2. This looks really cool to me, but I would never find any use for it until there’s an NAS (network-attached storage) version. It just doesn’t make sense to have it attached to only one machine with all that redundant storage, unless of course one user is creating massive amounts of data.

    I think the gadget would work a whole lot better if multiple users on a network could all access Drobo’s storage resources.

    • Definitely! Adding a gigabit network interface and a proprietary embedded OS in there would make the Drobo a lot more versatile. its price would probably double, but I think it would be worth it anyways.

  3. I think that the 3 to 2 to 1 drives is manly dependent on the actual data vs available data. The drobo probably actively changes its state as drives are added and removed. Remove one drive, the system check have X data, is it below the value of the dobolator for the 2 drives, if yes move things around to act as if the 2 drives are is the new premenant state, if not, keep the error state to say you need a new drive.

  4. I think that the 3 to 2 to 1 drives is manly dependent on the actual data vs available data. The drobo probably actively changes its state as drives are added and removed. Remove one drive, the system check have X data, is it below the value of the dobolator for the 2 drives, if yes move things around to act as if the 2 drives are is the new premenant state, if not, keep the error state to say you need a new drive.

  5. In the home work place I think this is attractive to the vloggers of the world that are finding themselves with large amounts of Raw video and edited video that they need to hold onto for backup and to use in future episodes.

    For me, I am not sure if this type of device is useful enough to justify the cost, I might like it more if it was an eSata. It could be that I am bringing needs that it just wasn't built for, but after the second time my MCE ran a HD into the ground with all the read/writes of recording and watching tv, I have started to eye the possibility of having a a iSCSI target with 6 or so drives to spread the punishment across. I just wish that there was a cost effective byod iSCSI target that supported Hot swap. All the appliances that I have seen so far look to be in the 2k range. That feels little much for watching tv, especially since it is just my wife watching the damn thing.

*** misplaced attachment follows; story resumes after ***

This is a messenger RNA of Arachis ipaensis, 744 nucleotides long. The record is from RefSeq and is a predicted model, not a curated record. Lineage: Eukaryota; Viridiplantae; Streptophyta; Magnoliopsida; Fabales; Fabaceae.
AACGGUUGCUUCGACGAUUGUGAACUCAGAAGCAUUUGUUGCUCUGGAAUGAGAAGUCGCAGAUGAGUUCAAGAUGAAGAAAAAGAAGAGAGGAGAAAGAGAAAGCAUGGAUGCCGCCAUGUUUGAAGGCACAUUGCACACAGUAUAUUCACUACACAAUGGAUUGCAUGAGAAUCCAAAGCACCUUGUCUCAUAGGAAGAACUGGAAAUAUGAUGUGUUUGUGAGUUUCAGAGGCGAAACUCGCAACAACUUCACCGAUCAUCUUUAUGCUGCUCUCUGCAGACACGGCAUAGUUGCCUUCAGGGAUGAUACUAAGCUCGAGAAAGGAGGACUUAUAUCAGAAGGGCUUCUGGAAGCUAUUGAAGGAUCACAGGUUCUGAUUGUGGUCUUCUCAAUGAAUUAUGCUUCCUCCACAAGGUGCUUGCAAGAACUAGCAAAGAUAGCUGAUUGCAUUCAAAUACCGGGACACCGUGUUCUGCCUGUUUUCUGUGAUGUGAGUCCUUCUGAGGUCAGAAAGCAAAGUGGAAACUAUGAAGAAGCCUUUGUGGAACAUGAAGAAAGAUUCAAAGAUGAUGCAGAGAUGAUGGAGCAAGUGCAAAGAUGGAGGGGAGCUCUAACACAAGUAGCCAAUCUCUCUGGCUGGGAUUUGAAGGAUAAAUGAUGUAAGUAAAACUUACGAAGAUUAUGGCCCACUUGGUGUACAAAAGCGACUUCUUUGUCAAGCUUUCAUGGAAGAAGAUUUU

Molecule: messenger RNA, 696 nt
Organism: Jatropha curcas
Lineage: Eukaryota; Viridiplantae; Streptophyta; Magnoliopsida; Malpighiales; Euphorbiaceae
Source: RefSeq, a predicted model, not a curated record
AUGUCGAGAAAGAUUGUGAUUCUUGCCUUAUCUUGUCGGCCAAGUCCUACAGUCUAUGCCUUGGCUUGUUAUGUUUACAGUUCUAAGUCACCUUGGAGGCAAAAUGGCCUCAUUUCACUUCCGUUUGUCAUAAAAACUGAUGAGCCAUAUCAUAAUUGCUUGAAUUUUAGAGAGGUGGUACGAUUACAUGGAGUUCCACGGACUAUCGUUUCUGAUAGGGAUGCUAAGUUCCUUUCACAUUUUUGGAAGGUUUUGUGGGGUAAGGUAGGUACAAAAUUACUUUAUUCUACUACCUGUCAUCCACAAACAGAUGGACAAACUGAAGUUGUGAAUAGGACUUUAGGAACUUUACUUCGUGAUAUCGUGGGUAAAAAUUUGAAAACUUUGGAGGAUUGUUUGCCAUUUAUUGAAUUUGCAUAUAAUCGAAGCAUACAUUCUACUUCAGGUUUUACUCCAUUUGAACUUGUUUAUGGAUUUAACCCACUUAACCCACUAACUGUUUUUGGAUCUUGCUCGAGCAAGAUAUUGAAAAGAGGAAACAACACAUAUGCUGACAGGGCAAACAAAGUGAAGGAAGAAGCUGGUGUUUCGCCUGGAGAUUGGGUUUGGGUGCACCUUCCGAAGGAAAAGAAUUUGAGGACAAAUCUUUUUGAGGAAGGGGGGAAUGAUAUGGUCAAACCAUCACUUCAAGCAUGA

6. In the home work place I think this is attractive to the vloggers of the world that are finding themselves with large amounts of Raw video and edited video that they need to hold onto for backup and to use in future episodes.

    For me, I am not sure if this type of device is useful enough to justify the cost, I might like it more if it was an eSata. It could be that I am bringing needs that it just wasn’t built for, but after the second time my MCE ran a HD into the ground with all the read/writes of recording and watching tv, I have started to eye the possibility of having a a iSCSI target with 6 or so drives to spread the punishment across. I just wish that there was a cost effective byod iSCSI target that supported Hot swap. All the appliances that I have seen so far look to be in the 2k range. That feels little much for watching tv, especially since it is just my wife watching the damn thing.